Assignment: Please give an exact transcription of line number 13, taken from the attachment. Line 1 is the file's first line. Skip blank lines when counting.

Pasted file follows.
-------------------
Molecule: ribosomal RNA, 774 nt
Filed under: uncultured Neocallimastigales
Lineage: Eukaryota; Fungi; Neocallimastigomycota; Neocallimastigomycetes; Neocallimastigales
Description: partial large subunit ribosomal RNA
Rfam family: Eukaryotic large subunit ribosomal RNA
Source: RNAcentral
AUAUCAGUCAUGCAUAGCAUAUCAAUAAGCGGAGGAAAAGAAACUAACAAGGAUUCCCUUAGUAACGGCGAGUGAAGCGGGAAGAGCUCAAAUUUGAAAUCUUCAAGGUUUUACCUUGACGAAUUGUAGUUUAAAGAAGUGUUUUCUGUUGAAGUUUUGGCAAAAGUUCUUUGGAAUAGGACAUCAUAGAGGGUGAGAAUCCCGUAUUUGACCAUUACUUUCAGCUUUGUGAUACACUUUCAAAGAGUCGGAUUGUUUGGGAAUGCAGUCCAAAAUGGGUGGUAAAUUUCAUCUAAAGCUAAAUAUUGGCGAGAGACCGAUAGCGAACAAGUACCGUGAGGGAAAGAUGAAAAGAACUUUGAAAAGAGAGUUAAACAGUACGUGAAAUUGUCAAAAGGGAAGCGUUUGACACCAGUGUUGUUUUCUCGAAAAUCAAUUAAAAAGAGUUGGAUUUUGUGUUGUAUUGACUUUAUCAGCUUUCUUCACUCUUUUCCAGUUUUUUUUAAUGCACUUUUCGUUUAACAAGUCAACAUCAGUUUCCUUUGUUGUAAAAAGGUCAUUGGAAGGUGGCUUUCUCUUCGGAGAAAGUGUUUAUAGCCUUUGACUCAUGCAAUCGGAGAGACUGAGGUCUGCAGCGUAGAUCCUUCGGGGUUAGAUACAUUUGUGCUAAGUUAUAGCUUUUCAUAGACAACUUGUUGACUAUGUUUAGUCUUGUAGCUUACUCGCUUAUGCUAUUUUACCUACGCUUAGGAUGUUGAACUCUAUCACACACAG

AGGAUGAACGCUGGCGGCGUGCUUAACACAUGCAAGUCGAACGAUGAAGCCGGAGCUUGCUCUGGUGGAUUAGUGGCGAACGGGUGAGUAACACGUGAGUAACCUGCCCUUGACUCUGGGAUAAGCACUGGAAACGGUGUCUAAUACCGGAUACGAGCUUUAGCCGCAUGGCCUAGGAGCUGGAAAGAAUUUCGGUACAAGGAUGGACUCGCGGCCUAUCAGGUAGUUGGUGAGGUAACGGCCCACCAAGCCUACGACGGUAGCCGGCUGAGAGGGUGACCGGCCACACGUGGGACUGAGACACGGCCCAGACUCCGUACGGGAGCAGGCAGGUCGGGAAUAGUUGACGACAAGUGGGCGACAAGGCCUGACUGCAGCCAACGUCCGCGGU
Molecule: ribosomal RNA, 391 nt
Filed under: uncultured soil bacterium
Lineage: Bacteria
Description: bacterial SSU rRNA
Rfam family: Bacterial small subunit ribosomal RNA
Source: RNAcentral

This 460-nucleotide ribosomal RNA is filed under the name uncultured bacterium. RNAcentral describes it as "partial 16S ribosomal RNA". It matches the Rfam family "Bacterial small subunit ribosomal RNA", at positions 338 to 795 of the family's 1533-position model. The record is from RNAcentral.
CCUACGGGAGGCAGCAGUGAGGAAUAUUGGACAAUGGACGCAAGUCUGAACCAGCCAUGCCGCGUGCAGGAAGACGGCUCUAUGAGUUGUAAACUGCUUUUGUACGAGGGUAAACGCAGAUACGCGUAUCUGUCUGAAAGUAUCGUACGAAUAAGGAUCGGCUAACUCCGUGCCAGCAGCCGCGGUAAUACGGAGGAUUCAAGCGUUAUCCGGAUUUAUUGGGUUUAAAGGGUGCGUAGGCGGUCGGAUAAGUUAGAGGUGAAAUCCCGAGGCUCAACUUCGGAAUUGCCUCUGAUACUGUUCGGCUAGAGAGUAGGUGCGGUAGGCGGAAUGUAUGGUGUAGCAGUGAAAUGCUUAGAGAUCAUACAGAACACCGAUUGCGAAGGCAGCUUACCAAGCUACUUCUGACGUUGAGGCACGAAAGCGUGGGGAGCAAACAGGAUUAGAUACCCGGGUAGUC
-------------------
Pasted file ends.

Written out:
Rfam family: Bacterial small subunit ribosomal RNA